The Feast of the Goat, one of the most brilliant novels of Mario Vargas LIosa, was first published in Spanish in 2000 and the English version was published in 2001. The fiction is the history of Dominican Republic and its dictator Rafael Leonidas Trujillo. Though his regime was broadly nationalist, Daniel Chirot comments that he had “no particular ideology” and that his economic and social policies were basically progressive. In this novel like other LIosa’s, politics, lust of power and sex, violence, and oppression are the major themes. The Feast of the Goat received largely positive reviews, with several reviewers commenting on the book’s depiction of the relationship between sexuality and power, and on the graphic descriptions of violent events. Another common comment on the novel is the graphic nature of the many acts of torture and murder which are depicted in the novel. Vargas lets the reader see the realities of an oppressive regime with a degree of detail, as Michael Wood (2002, para.5) suggests in the London Review of Books: “Vargas Llosa ... tells us far more about the details of day-to-day intrigue, and the sordid, sadistic minutiae of torture and murder.” Walter Kirn (2001, para.3) of the New York Times suggests that “grisly scenes of dungeon interrogations and torture sessions” cast other aspects of the novel in a pale light, draining them of their significance and impact. The plot line centered on Urania Cabral is described by Sturrock (2002) as being an emotional centre that focuses the novel, and Wood agrees that her confrontations with past demons hold the reader’s attention. In contrast, Kirn’s review states that Urania’s segments are “talky and atmospheric ... [and] seem to be on loan from another sort of book” (para. 6). What makes this novel different from other historical novels is the professional application of flashbacks and flash forwards to interweave the three story lines together. Although each part has its own story teller, LIosa has used the third person narrator to guide the reader through the novel.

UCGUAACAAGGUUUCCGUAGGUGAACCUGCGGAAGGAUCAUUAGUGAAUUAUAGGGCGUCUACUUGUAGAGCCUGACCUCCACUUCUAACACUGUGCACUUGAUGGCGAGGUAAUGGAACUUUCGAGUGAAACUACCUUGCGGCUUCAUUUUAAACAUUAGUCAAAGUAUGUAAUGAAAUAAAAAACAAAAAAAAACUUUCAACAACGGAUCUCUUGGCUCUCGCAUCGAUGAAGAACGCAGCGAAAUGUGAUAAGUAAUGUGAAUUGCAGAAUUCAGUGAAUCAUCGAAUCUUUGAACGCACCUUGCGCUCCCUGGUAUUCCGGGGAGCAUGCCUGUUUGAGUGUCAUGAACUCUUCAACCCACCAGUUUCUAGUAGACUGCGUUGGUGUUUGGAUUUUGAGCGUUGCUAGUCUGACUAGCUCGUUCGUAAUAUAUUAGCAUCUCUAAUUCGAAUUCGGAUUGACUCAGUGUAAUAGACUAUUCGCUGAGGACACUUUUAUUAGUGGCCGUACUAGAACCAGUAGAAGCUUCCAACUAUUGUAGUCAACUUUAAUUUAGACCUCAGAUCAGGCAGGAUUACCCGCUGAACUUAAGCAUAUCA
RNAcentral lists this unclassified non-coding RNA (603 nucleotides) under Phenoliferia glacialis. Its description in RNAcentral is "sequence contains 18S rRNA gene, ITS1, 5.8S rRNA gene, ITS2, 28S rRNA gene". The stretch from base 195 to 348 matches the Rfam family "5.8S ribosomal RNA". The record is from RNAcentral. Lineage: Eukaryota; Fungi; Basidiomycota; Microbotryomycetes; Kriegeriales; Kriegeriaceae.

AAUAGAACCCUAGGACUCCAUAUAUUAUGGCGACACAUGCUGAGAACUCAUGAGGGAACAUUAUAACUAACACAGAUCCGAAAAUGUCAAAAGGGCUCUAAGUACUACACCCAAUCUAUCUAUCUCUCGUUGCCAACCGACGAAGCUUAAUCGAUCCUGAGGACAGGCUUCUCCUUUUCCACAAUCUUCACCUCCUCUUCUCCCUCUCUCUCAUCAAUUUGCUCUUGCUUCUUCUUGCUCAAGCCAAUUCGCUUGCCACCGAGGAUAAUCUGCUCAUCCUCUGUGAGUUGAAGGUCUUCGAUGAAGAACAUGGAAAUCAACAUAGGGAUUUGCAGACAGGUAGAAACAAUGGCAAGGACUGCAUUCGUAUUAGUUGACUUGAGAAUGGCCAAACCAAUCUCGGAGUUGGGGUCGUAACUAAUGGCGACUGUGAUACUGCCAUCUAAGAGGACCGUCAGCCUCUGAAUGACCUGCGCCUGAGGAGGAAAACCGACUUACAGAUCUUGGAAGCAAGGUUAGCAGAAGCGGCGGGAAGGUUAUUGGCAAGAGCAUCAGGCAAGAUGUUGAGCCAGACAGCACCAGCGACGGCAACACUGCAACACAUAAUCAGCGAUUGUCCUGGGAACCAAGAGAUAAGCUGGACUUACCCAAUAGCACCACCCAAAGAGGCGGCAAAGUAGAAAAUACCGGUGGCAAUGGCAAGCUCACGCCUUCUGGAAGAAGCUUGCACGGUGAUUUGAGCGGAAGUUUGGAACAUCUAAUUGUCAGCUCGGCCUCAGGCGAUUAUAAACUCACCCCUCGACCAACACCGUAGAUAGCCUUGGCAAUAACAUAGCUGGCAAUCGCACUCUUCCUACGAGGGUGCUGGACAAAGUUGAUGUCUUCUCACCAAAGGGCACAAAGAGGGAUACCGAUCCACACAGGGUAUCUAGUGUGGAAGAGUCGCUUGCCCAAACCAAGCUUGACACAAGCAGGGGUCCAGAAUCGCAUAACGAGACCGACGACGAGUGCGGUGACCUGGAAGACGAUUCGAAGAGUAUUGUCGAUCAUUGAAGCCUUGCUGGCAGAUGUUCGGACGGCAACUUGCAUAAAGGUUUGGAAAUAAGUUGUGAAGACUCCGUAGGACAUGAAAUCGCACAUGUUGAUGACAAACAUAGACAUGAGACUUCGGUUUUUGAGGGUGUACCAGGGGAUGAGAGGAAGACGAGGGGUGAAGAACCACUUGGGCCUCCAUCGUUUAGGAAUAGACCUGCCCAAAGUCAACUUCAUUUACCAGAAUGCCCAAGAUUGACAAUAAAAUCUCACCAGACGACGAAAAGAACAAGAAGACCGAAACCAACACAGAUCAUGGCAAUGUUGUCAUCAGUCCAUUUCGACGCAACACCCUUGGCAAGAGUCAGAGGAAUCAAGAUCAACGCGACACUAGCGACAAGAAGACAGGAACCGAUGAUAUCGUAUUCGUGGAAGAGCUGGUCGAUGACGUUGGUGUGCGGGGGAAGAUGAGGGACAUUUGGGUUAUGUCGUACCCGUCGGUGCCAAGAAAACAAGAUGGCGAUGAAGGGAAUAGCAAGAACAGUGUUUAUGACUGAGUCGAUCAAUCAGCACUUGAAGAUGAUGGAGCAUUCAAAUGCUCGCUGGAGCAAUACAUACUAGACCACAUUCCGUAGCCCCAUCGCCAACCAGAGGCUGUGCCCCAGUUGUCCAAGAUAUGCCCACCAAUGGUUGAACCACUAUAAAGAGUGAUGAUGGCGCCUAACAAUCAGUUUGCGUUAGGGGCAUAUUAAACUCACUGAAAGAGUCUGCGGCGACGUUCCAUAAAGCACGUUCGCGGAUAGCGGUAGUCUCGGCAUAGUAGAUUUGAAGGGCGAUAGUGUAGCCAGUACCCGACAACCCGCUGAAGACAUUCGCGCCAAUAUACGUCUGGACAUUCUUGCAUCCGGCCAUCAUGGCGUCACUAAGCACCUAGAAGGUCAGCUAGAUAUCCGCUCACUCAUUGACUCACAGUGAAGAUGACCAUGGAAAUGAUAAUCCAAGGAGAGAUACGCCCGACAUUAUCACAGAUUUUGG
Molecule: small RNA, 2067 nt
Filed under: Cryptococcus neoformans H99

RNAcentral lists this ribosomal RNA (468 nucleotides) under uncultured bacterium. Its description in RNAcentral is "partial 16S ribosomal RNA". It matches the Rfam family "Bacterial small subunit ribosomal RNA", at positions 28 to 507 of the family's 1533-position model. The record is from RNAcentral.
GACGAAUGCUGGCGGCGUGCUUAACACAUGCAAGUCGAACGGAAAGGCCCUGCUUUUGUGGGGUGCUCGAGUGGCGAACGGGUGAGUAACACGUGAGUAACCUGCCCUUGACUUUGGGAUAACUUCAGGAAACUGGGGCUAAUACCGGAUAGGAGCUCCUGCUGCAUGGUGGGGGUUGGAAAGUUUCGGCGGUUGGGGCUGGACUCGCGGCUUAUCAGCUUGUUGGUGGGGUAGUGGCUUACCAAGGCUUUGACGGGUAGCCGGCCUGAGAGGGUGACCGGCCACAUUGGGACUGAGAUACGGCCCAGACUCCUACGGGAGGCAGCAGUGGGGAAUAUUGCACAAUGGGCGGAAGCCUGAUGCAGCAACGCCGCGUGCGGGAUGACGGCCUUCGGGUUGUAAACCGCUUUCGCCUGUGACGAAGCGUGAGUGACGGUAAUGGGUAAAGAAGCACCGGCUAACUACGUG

This is Urania Cabral whose story is the opening of the novel. Urania is a forty–nine year–old woman who has come back home after thirty–five years. She is one of the victims of Trujillo’s sexual desire and his father’s love to politics especially the dictator himself when she was only fourteen years old. Her aunt and cousins are her audience of her story after thirty years silence. Urania is the symbol of all country and its people and their lost identity under Trujillo’s dictatorship. The second story is the story of the last day of Trujillo’s life. Mario Vargas LIosa used this last day very skillfully to depict all the life of the dictator and his regime. All his personal characteristics, weak points, family, dictatorship, cruelty and crime are illustrated in this story line. LIosa explains in this part how he got the power, how he kept it by force, and how he misused his power to humiliate his allies by sexual damages. The characters of the third story are Trujillo assassinators. The story starts on Tuesday, 30 May 1961, when they are waiting for the dictator whom they called the ‘Goat’ on the way of San Cristobal. Interestingly, almost all of them have been or are among the most loyal officers of Trujillo’s. They review their memories about how Trujillo has changed them into a Trujillista and what Trujillo has done to them to convince them to kill him. They succeeded and killed the Goat, but the following events were not according to their plan. Nearly all of them were arrested, tortured, and killed by Trujillo’s sons and brothers. It took time the end of Trujillo dictatorship to be announced officially and President Balaguer took the power for a short time till the official election was held.
Power, the most dominant concept in history, seems to be the locus of social science up to now. As Zolfagharkhani (2011, p.1) sates, “Power, as a term surfaced in people’s dialogues and speech or as a common word used here and there”, or according to Foucault, “power” cannot be defined outside and beyond social relations. Power is a multidimensional concept and there are different conceptions derived from it. According to Hindess, two conceptions of power have dominated Western political thought in the modern period. The first is the idea of power as a simple quantitative phenomenon. Power in this sense is nothing more than a kind of generalized capacity to act. In The Power Elite, Mills (1959) uses institutional location as the primary indicator of the possession of power:
No one can be truly powerful unless he has access to the command of major institutions, for it is over these institutional means of power that the truly powerful are, in the first instance, powerful. Higher politicians and key officials of government command such institutional power; so do admirals and generals, and so do the major owners and executives of the larger corporations. Not all power, it is true, is anchored in and exercised by means of such institutions, but only within and through them can power be more or less continuous and important. (p.9)